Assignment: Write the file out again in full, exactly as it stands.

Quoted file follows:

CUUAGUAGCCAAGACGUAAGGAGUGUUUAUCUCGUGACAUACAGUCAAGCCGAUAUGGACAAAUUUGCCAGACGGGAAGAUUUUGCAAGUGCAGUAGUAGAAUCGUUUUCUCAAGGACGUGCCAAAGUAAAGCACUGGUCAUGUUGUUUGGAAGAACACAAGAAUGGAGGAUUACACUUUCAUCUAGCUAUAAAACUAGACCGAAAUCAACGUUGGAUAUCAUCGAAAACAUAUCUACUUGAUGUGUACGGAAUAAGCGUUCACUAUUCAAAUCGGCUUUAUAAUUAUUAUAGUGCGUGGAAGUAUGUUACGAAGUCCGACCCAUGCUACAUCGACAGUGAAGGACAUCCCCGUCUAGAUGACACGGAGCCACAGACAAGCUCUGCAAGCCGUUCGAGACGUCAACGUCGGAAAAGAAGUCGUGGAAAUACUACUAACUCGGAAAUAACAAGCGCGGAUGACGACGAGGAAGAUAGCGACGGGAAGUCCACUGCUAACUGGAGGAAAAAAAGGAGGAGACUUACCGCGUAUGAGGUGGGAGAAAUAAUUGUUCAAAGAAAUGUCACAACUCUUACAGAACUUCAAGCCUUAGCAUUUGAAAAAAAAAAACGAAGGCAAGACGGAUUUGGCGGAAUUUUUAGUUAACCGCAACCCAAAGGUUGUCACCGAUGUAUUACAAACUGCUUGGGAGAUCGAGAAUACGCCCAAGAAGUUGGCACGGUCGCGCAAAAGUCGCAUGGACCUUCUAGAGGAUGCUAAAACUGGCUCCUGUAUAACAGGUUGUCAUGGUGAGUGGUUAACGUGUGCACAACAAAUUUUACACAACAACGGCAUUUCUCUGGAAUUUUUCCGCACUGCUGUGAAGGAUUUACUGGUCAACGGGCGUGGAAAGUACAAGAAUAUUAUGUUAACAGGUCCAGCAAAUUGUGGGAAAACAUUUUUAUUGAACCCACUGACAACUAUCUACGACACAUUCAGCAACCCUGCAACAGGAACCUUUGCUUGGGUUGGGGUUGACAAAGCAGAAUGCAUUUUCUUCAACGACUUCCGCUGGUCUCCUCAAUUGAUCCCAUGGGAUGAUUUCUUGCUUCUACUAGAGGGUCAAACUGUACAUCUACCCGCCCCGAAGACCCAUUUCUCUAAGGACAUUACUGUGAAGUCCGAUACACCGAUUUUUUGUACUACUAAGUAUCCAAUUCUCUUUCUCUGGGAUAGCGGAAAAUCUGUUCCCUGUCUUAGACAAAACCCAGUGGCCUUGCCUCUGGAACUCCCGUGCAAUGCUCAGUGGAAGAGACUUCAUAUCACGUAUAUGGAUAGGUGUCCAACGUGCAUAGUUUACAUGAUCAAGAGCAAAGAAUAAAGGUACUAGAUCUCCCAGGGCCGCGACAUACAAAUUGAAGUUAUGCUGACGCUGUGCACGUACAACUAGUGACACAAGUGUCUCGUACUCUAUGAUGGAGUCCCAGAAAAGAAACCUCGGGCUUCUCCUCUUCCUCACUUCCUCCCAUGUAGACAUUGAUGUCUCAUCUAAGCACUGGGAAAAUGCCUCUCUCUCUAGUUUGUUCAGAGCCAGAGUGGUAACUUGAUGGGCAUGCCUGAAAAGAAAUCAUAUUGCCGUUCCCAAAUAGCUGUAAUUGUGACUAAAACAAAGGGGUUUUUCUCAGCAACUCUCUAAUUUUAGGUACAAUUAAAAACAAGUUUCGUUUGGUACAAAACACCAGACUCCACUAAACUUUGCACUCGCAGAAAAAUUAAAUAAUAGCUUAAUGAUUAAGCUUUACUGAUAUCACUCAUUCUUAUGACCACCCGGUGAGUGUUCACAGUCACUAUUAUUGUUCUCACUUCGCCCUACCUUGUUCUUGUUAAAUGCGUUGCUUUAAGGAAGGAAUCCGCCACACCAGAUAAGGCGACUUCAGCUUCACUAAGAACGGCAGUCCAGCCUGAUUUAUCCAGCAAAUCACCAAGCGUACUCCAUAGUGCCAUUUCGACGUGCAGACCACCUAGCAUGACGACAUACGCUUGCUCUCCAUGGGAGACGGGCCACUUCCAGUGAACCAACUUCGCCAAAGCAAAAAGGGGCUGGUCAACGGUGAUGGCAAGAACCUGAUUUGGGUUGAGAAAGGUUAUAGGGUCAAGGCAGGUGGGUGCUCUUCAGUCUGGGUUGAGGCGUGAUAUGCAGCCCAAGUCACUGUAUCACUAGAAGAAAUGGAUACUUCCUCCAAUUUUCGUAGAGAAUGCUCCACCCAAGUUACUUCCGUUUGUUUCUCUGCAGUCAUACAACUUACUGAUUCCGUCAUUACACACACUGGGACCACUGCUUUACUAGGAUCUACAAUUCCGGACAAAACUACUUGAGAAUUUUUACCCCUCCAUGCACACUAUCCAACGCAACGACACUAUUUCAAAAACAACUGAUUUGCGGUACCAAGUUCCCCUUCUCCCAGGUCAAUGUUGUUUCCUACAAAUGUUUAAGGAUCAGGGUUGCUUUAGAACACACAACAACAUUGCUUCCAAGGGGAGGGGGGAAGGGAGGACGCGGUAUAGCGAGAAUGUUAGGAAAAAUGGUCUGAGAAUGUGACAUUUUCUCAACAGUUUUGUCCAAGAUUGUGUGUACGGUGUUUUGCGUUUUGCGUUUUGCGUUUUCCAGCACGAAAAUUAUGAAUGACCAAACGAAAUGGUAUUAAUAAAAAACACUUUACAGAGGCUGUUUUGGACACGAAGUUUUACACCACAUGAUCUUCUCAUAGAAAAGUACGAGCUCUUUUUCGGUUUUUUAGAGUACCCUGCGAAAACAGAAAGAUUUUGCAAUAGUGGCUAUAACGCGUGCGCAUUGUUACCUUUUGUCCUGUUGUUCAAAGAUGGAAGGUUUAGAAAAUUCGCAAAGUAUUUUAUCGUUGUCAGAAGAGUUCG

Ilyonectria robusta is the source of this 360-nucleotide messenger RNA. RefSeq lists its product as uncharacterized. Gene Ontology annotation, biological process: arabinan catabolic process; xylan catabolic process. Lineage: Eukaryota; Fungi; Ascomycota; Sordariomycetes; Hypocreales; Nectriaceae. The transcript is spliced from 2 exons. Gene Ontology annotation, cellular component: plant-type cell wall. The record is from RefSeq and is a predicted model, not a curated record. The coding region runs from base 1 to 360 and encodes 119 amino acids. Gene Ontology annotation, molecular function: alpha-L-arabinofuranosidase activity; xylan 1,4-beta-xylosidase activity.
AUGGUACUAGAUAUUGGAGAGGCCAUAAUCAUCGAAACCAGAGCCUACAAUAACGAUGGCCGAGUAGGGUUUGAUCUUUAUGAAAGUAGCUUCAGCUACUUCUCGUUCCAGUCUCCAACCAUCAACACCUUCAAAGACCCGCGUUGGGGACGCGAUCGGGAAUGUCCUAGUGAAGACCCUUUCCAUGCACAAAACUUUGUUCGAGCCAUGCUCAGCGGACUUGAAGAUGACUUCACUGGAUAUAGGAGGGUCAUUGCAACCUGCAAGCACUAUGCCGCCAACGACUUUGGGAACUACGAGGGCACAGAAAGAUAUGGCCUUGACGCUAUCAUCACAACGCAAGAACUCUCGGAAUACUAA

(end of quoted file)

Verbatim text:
CUUAGUAGCCAAGACGUAAGGAGUGUUUAUCUCGUGACAUACAGUCAAGCCGAUAUGGACAAAUUUGCCAGACGGGAAGAUUUUGCAAGUGCAGUAGUAGAAUCGUUUUCUCAAGGACGUGCCAAAGUAAAGCACUGGUCAUGUUGUUUGGAAGAACACAAGAAUGGAGGAUUACACUUUCAUCUAGCUAUAAAACUAGACCGAAAUCAACGUUGGAUAUCAUCGAAAACAUAUCUACUUGAUGUGUACGGAAUAAGCGUUCACUAUUCAAAUCGGCUUUAUAAUUAUUAUAGUGCGUGGAAGUAUGUUACGAAGUCCGACCCAUGCUACAUCGACAGUGAAGGACAUCCCCGUCUAGAUGACACGGAGCCACAGACAAGCUCUGCAAGCCGUUCGAGACGUCAACGUCGGAAAAGAAGUCGUGGAAAUACUACUAACUCGGAAAUAACAAGCGCGGAUGACGACGAGGAAGAUAGCGACGGGAAGUCCACUGCUAACUGGAGGAAAAAAAGGAGGAGACUUACCGCGUAUGAGGUGGGAGAAAUAAUUGUUCAAAGAAAUGUCACAACUCUUACAGAACUUCAAGCCUUAGCAUUUGAAAAAAAAAAACGAAGGCAAGACGGAUUUGGCGGAAUUUUUAGUUAACCGCAACCCAAAGGUUGUCACCGAUGUAUUACAAACUGCUUGGGAGAUCGAGAAUACGCCCAAGAAGUUGGCACGGUCGCGCAAAAGUCGCAUGGACCUUCUAGAGGAUGCUAAAACUGGCUCCUGUAUAACAGGUUGUCAUGGUGAGUGGUUAACGUGUGCACAACAAAUUUUACACAACAACGGCAUUUCUCUGGAAUUUUUCCGCACUGCUGUGAAGGAUUUACUGGUCAACGGGCGUGGAAAGUACAAGAAUAUUAUGUUAACAGGUCCAGCAAAUUGUGGGAAAACAUUUUUAUUGAACCCACUGACAACUAUCUACGACACAUUCAGCAACCCUGCAACAGGAACCUUUGCUUGGGUUGGGGUUGACAAAGCAGAAUGCAUUUUCUUCAACGACUUCCGCUGGUCUCCUCAAUUGAUCCCAUGGGAUGAUUUCUUGCUUCUACUAGAGGGUCAAACUGUACAUCUACCCGCCCCGAAGACCCAUUUCUCUAAGGACAUUACUGUGAAGUCCGAUACACCGAUUUUUUGUACUACUAAGUAUCCAAUUCUCUUUCUCUGGGAUAGCGGAAAAUCUGUUCCCUGUCUUAGACAAAACCCAGUGGCCUUGCCUCUGGAACUCCCGUGCAAUGCUCAGUGGAAGAGACUUCAUAUCACGUAUAUGGAUAGGUGUCCAACGUGCAUAGUUUACAUGAUCAAGAGCAAAGAAUAAAGGUACUAGAUCUCCCAGGGCCGCGACAUACAAAUUGAAGUUAUGCUGACGCUGUGCACGUACAACUAGUGACACAAGUGUCUCGUACUCUAUGAUGGAGUCCCAGAAAAGAAACCUCGGGCUUCUCCUCUUCCUCACUUCCUCCCAUGUAGACAUUGAUGUCUCAUCUAAGCACUGGGAAAAUGCCUCUCUCUCUAGUUUGUUCAGAGCCAGAGUGGUAACUUGAUGGGCAUGCCUGAAAAGAAAUCAUAUUGCCGUUCCCAAAUAGCUGUAAUUGUGACUAAAACAAAGGGGUUUUUCUCAGCAACUCUCUAAUUUUAGGUACAAUUAAAAACAAGUUUCGUUUGGUACAAAACACCAGACUCCACUAAACUUUGCACUCGCAGAAAAAUUAAAUAAUAGCUUAAUGAUUAAGCUUUACUGAUAUCACUCAUUCUUAUGACCACCCGGUGAGUGUUCACAGUCACUAUUAUUGUUCUCACUUCGCCCUACCUUGUUCUUGUUAAAUGCGUUGCUUUAAGGAAGGAAUCCGCCACACCAGAUAAGGCGACUUCAGCUUCACUAAGAACGGCAGUCCAGCCUGAUUUAUCCAGCAAAUCACCAAGCGUACUCCAUAGUGCCAUUUCGACGUGCAGACCACCUAGCAUGACGACAUACGCUUGCUCUCCAUGGGAGACGGGCCACUUCCAGUGAACCAACUUCGCCAAAGCAAAAAGGGGCUGGUCAACGGUGAUGGCAAGAACCUGAUUUGGGUUGAGAAAGGUUAUAGGGUCAAGGCAGGUGGGUGCUCUUCAGUCUGGGUUGAGGCGUGAUAUGCAGCCCAAGUCACUGUAUCACUAGAAGAAAUGGAUACUUCCUCCAAUUUUCGUAGAGAAUGCUCCACCCAAGUUACUUCCGUUUGUUUCUCUGCAGUCAUACAACUUACUGAUUCCGUCAUUACACACACUGGGACCACUGCUUUACUAGGAUCUACAAUUCCGGACAAAACUACUUGAGAAUUUUUACCCCUCCAUGCACACUAUCCAACGCAACGACACUAUUUCAAAAACAACUGAUUUGCGGUACCAAGUUCCCCUUCUCCCAGGUCAAUGUUGUUUCCUACAAAUGUUUAAGGAUCAGGGUUGCUUUAGAACACACAACAACAUUGCUUCCAAGGGGAGGGGGGAAGGGAGGACGCGGUAUAGCGAGAAUGUUAGGAAAAAUGGUCUGAGAAUGUGACAUUUUCUCAACAGUUUUGUCCAAGAUUGUGUGUACGGUGUUUUGCGUUUUGCGUUUUGCGUUUUCCAGCACGAAAAUUAUGAAUGACCAAACGAAAUGGUAUUAAUAAAAAACACUUUACAGAGGCUGUUUUGGACACGAAGUUUUACACCACAUGAUCUUCUCAUAGAAAAGUACGAGCUCUUUUUCGGUUUUUUAGAGUACCCUGCGAAAACAGAAAGAUUUUGCAAUAGUGGCUAUAACGCGUGCGCAUUGUUACCUUUUGUCCUGUUGUUCAAAGAUGGAAGGUUUAGAAAAUUCGCAAAGUAUUUUAUCGUUGUCAGAAGAGUUCG

Ilyonectria robusta is the source of this 360-nucleotide messenger RNA. RefSeq lists its product as uncharacterized. Gene Ontology annotation, biological process: arabinan catabolic process; xylan catabolic process. Lineage: Eukaryota; Fungi; Ascomycota; Sordariomycetes; Hypocreales; Nectriaceae. The transcript is spliced from 2 exons. Gene Ontology annotation, cellular component: plant-type cell wall. The record is from RefSeq and is a predicted model, not a curated record. The coding region runs from base 1 to 360 and encodes 119 amino acids. Gene Ontology annotation, molecular function: alpha-L-arabinofuranosidase activity; xylan 1,4-beta-xylosidase activity.
AUGGUACUAGAUAUUGGAGAGGCCAUAAUCAUCGAAACCAGAGCCUACAAUAACGAUGGCCGAGUAGGGUUUGAUCUUUAUGAAAGUAGCUUCAGCUACUUCUCGUUCCAGUCUCCAACCAUCAACACCUUCAAAGACCCGCGUUGGGGACGCGAUCGGGAAUGUCCUAGUGAAGACCCUUUCCAUGCACAAAACUUUGUUCGAGCCAUGCUCAGCGGACUUGAAGAUGACUUCACUGGAUAUAGGAGGGUCAUUGCAACCUGCAAGCACUAUGCCGCCAACGACUUUGGGAACUACGAGGGCACAGAAAGAUAUGGCCUUGACGCUAUCAUCACAACGCAAGAACUCUCGGAAUACUAA